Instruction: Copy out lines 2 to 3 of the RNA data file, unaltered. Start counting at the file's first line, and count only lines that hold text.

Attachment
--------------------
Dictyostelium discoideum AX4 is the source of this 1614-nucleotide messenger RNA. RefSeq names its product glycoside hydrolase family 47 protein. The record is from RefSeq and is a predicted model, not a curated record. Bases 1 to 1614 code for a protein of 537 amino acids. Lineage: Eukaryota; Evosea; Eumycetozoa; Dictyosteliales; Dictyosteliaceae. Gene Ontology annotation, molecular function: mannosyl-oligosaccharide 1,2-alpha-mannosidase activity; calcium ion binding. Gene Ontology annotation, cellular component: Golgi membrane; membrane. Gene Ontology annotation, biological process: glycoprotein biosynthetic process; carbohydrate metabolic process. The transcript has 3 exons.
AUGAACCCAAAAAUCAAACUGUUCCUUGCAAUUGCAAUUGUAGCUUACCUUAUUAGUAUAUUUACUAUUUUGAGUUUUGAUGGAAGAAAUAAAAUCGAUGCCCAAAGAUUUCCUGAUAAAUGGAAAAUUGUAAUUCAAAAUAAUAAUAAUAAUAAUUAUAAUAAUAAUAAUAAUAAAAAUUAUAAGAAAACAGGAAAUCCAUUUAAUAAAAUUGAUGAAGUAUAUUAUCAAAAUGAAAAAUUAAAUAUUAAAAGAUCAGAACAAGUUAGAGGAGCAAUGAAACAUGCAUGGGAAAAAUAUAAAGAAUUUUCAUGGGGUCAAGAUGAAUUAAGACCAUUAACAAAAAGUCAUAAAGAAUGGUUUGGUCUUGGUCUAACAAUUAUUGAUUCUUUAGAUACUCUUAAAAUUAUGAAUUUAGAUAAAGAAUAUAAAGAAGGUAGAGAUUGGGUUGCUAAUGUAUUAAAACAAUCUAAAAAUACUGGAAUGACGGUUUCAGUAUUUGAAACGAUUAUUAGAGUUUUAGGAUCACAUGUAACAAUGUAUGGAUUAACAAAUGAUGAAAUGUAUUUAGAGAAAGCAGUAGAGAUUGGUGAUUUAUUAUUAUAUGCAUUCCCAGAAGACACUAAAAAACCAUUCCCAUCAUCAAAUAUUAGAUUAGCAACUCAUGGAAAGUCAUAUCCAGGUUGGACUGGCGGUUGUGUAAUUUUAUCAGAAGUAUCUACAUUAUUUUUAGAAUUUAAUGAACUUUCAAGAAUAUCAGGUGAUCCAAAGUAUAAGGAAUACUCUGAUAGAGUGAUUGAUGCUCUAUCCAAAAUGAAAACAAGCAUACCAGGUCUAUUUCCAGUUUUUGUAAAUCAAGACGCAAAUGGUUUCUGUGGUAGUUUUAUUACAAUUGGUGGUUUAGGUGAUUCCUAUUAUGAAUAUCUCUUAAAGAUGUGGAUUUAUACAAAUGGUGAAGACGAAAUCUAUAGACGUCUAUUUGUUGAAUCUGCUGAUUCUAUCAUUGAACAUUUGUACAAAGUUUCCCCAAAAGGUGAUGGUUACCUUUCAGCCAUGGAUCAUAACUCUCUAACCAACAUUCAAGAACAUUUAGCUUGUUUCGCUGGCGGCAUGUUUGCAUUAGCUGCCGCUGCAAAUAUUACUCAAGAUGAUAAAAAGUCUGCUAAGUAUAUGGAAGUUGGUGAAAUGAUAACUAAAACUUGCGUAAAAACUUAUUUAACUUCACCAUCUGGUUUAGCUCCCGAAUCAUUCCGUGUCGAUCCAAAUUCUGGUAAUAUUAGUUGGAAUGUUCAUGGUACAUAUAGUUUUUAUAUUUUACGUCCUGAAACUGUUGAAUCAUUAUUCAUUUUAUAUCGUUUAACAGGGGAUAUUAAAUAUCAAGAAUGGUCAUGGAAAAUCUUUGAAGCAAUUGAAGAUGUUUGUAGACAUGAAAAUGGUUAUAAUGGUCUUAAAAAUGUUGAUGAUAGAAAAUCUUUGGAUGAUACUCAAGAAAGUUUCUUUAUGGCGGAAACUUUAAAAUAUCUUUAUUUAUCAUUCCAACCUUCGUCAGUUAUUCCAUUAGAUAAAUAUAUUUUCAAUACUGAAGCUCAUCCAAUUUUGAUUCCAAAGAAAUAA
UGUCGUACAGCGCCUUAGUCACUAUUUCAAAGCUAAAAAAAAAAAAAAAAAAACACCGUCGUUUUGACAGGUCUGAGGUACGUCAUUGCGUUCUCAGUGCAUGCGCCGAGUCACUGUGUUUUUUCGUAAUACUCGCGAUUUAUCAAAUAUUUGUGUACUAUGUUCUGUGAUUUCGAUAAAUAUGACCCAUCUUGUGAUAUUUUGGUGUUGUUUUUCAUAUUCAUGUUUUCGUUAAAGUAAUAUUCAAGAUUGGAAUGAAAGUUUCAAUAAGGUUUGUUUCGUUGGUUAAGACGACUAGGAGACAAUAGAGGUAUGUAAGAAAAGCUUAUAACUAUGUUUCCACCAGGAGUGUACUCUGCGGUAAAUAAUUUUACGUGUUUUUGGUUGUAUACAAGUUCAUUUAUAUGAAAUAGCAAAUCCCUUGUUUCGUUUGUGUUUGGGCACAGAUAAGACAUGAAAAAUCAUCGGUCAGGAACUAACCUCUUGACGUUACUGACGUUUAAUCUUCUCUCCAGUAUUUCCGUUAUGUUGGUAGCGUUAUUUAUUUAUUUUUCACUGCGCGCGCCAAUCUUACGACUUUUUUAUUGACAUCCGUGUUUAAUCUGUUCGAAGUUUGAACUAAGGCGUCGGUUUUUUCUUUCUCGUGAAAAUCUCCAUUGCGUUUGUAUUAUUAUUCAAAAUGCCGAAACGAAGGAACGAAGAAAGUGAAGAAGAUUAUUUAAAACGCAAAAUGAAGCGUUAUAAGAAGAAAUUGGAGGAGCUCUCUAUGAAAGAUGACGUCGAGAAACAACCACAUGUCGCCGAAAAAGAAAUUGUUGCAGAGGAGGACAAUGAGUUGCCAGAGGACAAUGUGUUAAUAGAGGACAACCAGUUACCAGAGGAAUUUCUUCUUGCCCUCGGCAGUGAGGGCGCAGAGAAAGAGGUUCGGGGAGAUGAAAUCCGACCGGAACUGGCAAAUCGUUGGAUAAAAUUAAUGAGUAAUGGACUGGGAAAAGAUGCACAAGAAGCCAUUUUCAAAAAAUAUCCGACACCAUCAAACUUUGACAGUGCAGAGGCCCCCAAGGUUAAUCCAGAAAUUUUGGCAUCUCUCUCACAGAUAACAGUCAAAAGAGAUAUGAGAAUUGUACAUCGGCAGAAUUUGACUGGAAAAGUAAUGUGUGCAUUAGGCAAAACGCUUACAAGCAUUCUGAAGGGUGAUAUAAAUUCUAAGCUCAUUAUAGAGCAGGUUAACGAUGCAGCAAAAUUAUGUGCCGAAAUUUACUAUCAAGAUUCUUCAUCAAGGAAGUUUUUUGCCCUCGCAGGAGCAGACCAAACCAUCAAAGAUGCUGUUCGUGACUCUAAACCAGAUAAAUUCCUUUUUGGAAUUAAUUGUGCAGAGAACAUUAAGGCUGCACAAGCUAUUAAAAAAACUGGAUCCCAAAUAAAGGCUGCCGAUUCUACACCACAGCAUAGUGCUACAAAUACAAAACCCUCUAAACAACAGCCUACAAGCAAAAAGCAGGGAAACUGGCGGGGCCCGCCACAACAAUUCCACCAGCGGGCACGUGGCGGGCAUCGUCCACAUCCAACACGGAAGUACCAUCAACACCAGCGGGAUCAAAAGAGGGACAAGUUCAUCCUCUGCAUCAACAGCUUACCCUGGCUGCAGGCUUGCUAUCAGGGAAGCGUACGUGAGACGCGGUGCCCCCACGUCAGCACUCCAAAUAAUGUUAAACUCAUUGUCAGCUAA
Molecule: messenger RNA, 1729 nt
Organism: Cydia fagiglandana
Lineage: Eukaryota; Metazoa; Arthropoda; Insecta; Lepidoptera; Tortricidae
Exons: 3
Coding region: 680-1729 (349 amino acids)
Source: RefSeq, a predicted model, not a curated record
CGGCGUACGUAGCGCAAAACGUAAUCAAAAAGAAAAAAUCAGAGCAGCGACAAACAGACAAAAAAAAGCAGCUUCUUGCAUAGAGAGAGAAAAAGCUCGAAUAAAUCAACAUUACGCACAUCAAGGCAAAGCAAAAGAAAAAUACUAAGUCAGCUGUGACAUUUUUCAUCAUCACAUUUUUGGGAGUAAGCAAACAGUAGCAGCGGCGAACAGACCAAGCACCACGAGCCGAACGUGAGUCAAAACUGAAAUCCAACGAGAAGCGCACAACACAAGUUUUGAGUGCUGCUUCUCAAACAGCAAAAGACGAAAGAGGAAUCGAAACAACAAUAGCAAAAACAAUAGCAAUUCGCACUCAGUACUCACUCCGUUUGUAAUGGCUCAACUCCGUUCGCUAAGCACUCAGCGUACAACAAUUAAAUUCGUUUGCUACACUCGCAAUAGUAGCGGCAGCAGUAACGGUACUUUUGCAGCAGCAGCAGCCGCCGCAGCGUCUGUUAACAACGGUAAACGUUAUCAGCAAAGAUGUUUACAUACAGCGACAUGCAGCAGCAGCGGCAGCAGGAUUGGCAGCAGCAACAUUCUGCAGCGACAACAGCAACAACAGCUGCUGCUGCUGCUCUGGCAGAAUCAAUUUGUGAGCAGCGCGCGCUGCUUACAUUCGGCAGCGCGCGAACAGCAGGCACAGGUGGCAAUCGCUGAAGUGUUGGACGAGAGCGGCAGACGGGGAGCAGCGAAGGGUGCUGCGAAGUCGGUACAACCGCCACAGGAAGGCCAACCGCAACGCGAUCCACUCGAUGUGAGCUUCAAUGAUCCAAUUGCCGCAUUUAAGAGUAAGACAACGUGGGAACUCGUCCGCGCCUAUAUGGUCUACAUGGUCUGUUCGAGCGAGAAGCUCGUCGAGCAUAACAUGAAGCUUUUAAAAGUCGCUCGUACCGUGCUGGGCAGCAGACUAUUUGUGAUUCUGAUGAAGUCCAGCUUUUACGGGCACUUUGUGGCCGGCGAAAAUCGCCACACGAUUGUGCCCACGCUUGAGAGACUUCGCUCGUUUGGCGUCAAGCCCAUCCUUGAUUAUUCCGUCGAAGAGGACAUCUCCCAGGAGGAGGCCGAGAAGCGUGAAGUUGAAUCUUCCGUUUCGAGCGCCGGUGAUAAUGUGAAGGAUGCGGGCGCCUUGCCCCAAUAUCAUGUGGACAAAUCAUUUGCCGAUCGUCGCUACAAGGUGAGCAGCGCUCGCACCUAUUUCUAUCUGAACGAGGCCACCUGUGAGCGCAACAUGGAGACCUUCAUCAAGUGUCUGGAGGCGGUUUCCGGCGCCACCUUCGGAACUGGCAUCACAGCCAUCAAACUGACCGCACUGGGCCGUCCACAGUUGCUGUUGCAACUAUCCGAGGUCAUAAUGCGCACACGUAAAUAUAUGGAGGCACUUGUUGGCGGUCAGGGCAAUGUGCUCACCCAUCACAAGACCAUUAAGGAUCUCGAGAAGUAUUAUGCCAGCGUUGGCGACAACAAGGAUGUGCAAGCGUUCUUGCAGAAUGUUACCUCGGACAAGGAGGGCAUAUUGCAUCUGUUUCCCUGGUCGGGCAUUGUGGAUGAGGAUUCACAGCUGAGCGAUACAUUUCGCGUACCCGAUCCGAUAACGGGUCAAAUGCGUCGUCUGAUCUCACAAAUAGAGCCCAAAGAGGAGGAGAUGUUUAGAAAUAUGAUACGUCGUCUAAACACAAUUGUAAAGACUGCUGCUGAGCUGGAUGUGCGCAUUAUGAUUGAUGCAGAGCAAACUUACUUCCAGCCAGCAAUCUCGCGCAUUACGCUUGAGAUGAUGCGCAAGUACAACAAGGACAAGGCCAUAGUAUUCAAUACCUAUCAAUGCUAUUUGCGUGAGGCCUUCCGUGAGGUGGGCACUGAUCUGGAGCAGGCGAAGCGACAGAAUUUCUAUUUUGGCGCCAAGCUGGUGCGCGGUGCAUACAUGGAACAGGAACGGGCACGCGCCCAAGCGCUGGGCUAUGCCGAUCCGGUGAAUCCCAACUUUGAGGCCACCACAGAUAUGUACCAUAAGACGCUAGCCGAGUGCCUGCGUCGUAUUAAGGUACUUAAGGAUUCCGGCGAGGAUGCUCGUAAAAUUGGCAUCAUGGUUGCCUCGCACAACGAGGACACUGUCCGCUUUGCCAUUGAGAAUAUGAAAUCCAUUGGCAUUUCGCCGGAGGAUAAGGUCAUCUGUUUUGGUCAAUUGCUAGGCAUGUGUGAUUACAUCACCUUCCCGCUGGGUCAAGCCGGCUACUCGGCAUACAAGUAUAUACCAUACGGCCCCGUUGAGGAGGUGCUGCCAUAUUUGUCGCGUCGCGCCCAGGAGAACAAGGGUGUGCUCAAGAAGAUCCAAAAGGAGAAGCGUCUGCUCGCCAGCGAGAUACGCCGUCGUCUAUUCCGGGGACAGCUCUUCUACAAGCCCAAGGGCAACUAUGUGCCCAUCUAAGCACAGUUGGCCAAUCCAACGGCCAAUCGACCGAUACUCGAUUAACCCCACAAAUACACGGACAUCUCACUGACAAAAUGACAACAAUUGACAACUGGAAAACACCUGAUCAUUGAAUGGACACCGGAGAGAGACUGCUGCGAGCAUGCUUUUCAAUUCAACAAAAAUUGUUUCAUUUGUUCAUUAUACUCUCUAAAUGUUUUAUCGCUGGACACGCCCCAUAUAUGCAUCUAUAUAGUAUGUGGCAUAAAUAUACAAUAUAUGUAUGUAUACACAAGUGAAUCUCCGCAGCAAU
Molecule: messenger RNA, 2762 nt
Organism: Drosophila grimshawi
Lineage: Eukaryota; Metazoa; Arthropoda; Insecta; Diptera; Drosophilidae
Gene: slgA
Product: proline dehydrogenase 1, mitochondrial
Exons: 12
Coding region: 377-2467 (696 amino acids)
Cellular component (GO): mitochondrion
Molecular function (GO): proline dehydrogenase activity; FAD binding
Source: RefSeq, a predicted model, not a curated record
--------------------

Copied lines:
AUGAACCCAAAAAUCAAACUGUUCCUUGCAAUUGCAAUUGUAGCUUACCUUAUUAGUAUAUUUACUAUUUUGAGUUUUGAUGGAAGAAAUAAAAUCGAUGCCCAAAGAUUUCCUGAUAAAUGGAAAAUUGUAAUUCAAAAUAAUAAUAAUAAUAAUUAUAAUAAUAAUAAUAAUAAAAAUUAUAAGAAAACAGGAAAUCCAUUUAAUAAAAUUGAUGAAGUAUAUUAUCAAAAUGAAAAAUUAAAUAUUAAAAGAUCAGAACAAGUUAGAGGAGCAAUGAAACAUGCAUGGGAAAAAUAUAAAGAAUUUUCAUGGGGUCAAGAUGAAUUAAGACCAUUAACAAAAAGUCAUAAAGAAUGGUUUGGUCUUGGUCUAACAAUUAUUGAUUCUUUAGAUACUCUUAAAAUUAUGAAUUUAGAUAAAGAAUAUAAAGAAGGUAGAGAUUGGGUUGCUAAUGUAUUAAAACAAUCUAAAAAUACUGGAAUGACGGUUUCAGUAUUUGAAACGAUUAUUAGAGUUUUAGGAUCACAUGUAACAAUGUAUGGAUUAACAAAUGAUGAAAUGUAUUUAGAGAAAGCAGUAGAGAUUGGUGAUUUAUUAUUAUAUGCAUUCCCAGAAGACACUAAAAAACCAUUCCCAUCAUCAAAUAUUAGAUUAGCAACUCAUGGAAAGUCAUAUCCAGGUUGGACUGGCGGUUGUGUAAUUUUAUCAGAAGUAUCUACAUUAUUUUUAGAAUUUAAUGAACUUUCAAGAAUAUCAGGUGAUCCAAAGUAUAAGGAAUACUCUGAUAGAGUGAUUGAUGCUCUAUCCAAAAUGAAAACAAGCAUACCAGGUCUAUUUCCAGUUUUUGUAAAUCAAGACGCAAAUGGUUUCUGUGGUAGUUUUAUUACAAUUGGUGGUUUAGGUGAUUCCUAUUAUGAAUAUCUCUUAAAGAUGUGGAUUUAUACAAAUGGUGAAGACGAAAUCUAUAGACGUCUAUUUGUUGAAUCUGCUGAUUCUAUCAUUGAACAUUUGUACAAAGUUUCCCCAAAAGGUGAUGGUUACCUUUCAGCCAUGGAUCAUAACUCUCUAACCAACAUUCAAGAACAUUUAGCUUGUUUCGCUGGCGGCAUGUUUGCAUUAGCUGCCGCUGCAAAUAUUACUCAAGAUGAUAAAAAGUCUGCUAAGUAUAUGGAAGUUGGUGAAAUGAUAACUAAAACUUGCGUAAAAACUUAUUUAACUUCACCAUCUGGUUUAGCUCCCGAAUCAUUCCGUGUCGAUCCAAAUUCUGGUAAUAUUAGUUGGAAUGUUCAUGGUACAUAUAGUUUUUAUAUUUUACGUCCUGAAACUGUUGAAUCAUUAUUCAUUUUAUAUCGUUUAACAGGGGAUAUUAAAUAUCAAGAAUGGUCAUGGAAAAUCUUUGAAGCAAUUGAAGAUGUUUGUAGACAUGAAAAUGGUUAUAAUGGUCUUAAAAAUGUUGAUGAUAGAAAAUCUUUGGAUGAUACUCAAGAAAGUUUCUUUAUGGCGGAAACUUUAAAAUAUCUUUAUUUAUCAUUCCAACCUUCGUCAGUUAUUCCAUUAGAUAAAUAUAUUUUCAAUACUGAAGCUCAUCCAAUUUUGAUUCCAAAGAAAUAA
UGUCGUACAGCGCCUUAGUCACUAUUUCAAAGCUAAAAAAAAAAAAAAAAAAACACCGUCGUUUUGACAGGUCUGAGGUACGUCAUUGCGUUCUCAGUGCAUGCGCCGAGUCACUGUGUUUUUUCGUAAUACUCGCGAUUUAUCAAAUAUUUGUGUACUAUGUUCUGUGAUUUCGAUAAAUAUGACCCAUCUUGUGAUAUUUUGGUGUUGUUUUUCAUAUUCAUGUUUUCGUUAAAGUAAUAUUCAAGAUUGGAAUGAAAGUUUCAAUAAGGUUUGUUUCGUUGGUUAAGACGACUAGGAGACAAUAGAGGUAUGUAAGAAAAGCUUAUAACUAUGUUUCCACCAGGAGUGUACUCUGCGGUAAAUAAUUUUACGUGUUUUUGGUUGUAUACAAGUUCAUUUAUAUGAAAUAGCAAAUCCCUUGUUUCGUUUGUGUUUGGGCACAGAUAAGACAUGAAAAAUCAUCGGUCAGGAACUAACCUCUUGACGUUACUGACGUUUAAUCUUCUCUCCAGUAUUUCCGUUAUGUUGGUAGCGUUAUUUAUUUAUUUUUCACUGCGCGCGCCAAUCUUACGACUUUUUUAUUGACAUCCGUGUUUAAUCUGUUCGAAGUUUGAACUAAGGCGUCGGUUUUUUCUUUCUCGUGAAAAUCUCCAUUGCGUUUGUAUUAUUAUUCAAAAUGCCGAAACGAAGGAACGAAGAAAGUGAAGAAGAUUAUUUAAAACGCAAAAUGAAGCGUUAUAAGAAGAAAUUGGAGGAGCUCUCUAUGAAAGAUGACGUCGAGAAACAACCACAUGUCGCCGAAAAAGAAAUUGUUGCAGAGGAGGACAAUGAGUUGCCAGAGGACAAUGUGUUAAUAGAGGACAACCAGUUACCAGAGGAAUUUCUUCUUGCCCUCGGCAGUGAGGGCGCAGAGAAAGAGGUUCGGGGAGAUGAAAUCCGACCGGAACUGGCAAAUCGUUGGAUAAAAUUAAUGAGUAAUGGACUGGGAAAAGAUGCACAAGAAGCCAUUUUCAAAAAAUAUCCGACACCAUCAAACUUUGACAGUGCAGAGGCCCCCAAGGUUAAUCCAGAAAUUUUGGCAUCUCUCUCACAGAUAACAGUCAAAAGAGAUAUGAGAAUUGUACAUCGGCAGAAUUUGACUGGAAAAGUAAUGUGUGCAUUAGGCAAAACGCUUACAAGCAUUCUGAAGGGUGAUAUAAAUUCUAAGCUCAUUAUAGAGCAGGUUAACGAUGCAGCAAAAUUAUGUGCCGAAAUUUACUAUCAAGAUUCUUCAUCAAGGAAGUUUUUUGCCCUCGCAGGAGCAGACCAAACCAUCAAAGAUGCUGUUCGUGACUCUAAACCAGAUAAAUUCCUUUUUGGAAUUAAUUGUGCAGAGAACAUUAAGGCUGCACAAGCUAUUAAAAAAACUGGAUCCCAAAUAAAGGCUGCCGAUUCUACACCACAGCAUAGUGCUACAAAUACAAAACCCUCUAAACAACAGCCUACAAGCAAAAAGCAGGGAAACUGGCGGGGCCCGCCACAACAAUUCCACCAGCGGGCACGUGGCGGGCAUCGUCCACAUCCAACACGGAAGUACCAUCAACACCAGCGGGAUCAAAAGAGGGACAAGUUCAUCCUCUGCAUCAACAGCUUACCCUGGCUGCAGGCUUGCUAUCAGGGAAGCGUACGUGAGACGCGGUGCCCCCACGUCAGCACUCCAAAUAAUGUUAAACUCAUUGUCAGCUAA